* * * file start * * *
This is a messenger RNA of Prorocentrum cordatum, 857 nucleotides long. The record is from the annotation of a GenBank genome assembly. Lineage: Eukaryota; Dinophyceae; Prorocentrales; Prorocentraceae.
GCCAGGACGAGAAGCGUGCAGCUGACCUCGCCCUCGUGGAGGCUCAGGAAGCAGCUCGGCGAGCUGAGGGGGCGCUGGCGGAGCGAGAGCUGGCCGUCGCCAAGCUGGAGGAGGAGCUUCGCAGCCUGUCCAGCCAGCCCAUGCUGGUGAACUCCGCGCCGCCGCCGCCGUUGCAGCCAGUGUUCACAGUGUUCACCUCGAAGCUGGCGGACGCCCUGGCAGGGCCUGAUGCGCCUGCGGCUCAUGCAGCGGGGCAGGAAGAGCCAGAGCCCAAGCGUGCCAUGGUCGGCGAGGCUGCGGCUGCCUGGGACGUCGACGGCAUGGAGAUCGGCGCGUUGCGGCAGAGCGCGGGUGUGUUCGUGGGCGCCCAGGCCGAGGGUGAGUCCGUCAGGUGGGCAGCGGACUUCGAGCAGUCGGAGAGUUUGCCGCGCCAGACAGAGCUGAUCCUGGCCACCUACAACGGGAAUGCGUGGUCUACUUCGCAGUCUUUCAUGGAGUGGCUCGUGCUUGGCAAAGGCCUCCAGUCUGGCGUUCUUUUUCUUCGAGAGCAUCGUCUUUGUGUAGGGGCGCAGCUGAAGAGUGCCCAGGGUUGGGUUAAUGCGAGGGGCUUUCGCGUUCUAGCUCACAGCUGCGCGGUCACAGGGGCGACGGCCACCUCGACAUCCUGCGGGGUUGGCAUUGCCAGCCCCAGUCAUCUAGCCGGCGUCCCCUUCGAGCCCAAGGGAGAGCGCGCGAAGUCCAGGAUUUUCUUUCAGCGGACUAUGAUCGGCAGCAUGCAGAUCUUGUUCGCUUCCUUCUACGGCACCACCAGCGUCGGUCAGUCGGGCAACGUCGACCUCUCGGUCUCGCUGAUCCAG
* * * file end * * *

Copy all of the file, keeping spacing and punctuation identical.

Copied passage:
This is a messenger RNA of Prorocentrum cordatum, 857 nucleotides long. The record is from the annotation of a GenBank genome assembly. Lineage: Eukaryota; Dinophyceae; Prorocentrales; Prorocentraceae.
GCCAGGACGAGAAGCGUGCAGCUGACCUCGCCCUCGUGGAGGCUCAGGAAGCAGCUCGGCGAGCUGAGGGGGCGCUGGCGGAGCGAGAGCUGGCCGUCGCCAAGCUGGAGGAGGAGCUUCGCAGCCUGUCCAGCCAGCCCAUGCUGGUGAACUCCGCGCCGCCGCCGCCGUUGCAGCCAGUGUUCACAGUGUUCACCUCGAAGCUGGCGGACGCCCUGGCAGGGCCUGAUGCGCCUGCGGCUCAUGCAGCGGGGCAGGAAGAGCCAGAGCCCAAGCGUGCCAUGGUCGGCGAGGCUGCGGCUGCCUGGGACGUCGACGGCAUGGAGAUCGGCGCGUUGCGGCAGAGCGCGGGUGUGUUCGUGGGCGCCCAGGCCGAGGGUGAGUCCGUCAGGUGGGCAGCGGACUUCGAGCAGUCGGAGAGUUUGCCGCGCCAGACAGAGCUGAUCCUGGCCACCUACAACGGGAAUGCGUGGUCUACUUCGCAGUCUUUCAUGGAGUGGCUCGUGCUUGGCAAAGGCCUCCAGUCUGGCGUUCUUUUUCUUCGAGAGCAUCGUCUUUGUGUAGGGGCGCAGCUGAAGAGUGCCCAGGGUUGGGUUAAUGCGAGGGGCUUUCGCGUUCUAGCUCACAGCUGCGCGGUCACAGGGGCGACGGCCACCUCGACAUCCUGCGGGGUUGGCAUUGCCAGCCCCAGUCAUCUAGCCGGCGUCCCCUUCGAGCCCAAGGGAGAGCGCGCGAAGUCCAGGAUUUUCUUUCAGCGGACUAUGAUCGGCAGCAUGCAGAUCUUGUUCGCUUCCUUCUACGGCACCACCAGCGUCGGUCAGUCGGGCAACGUCGACCUCUCGGUCUCGCUGAUCCAG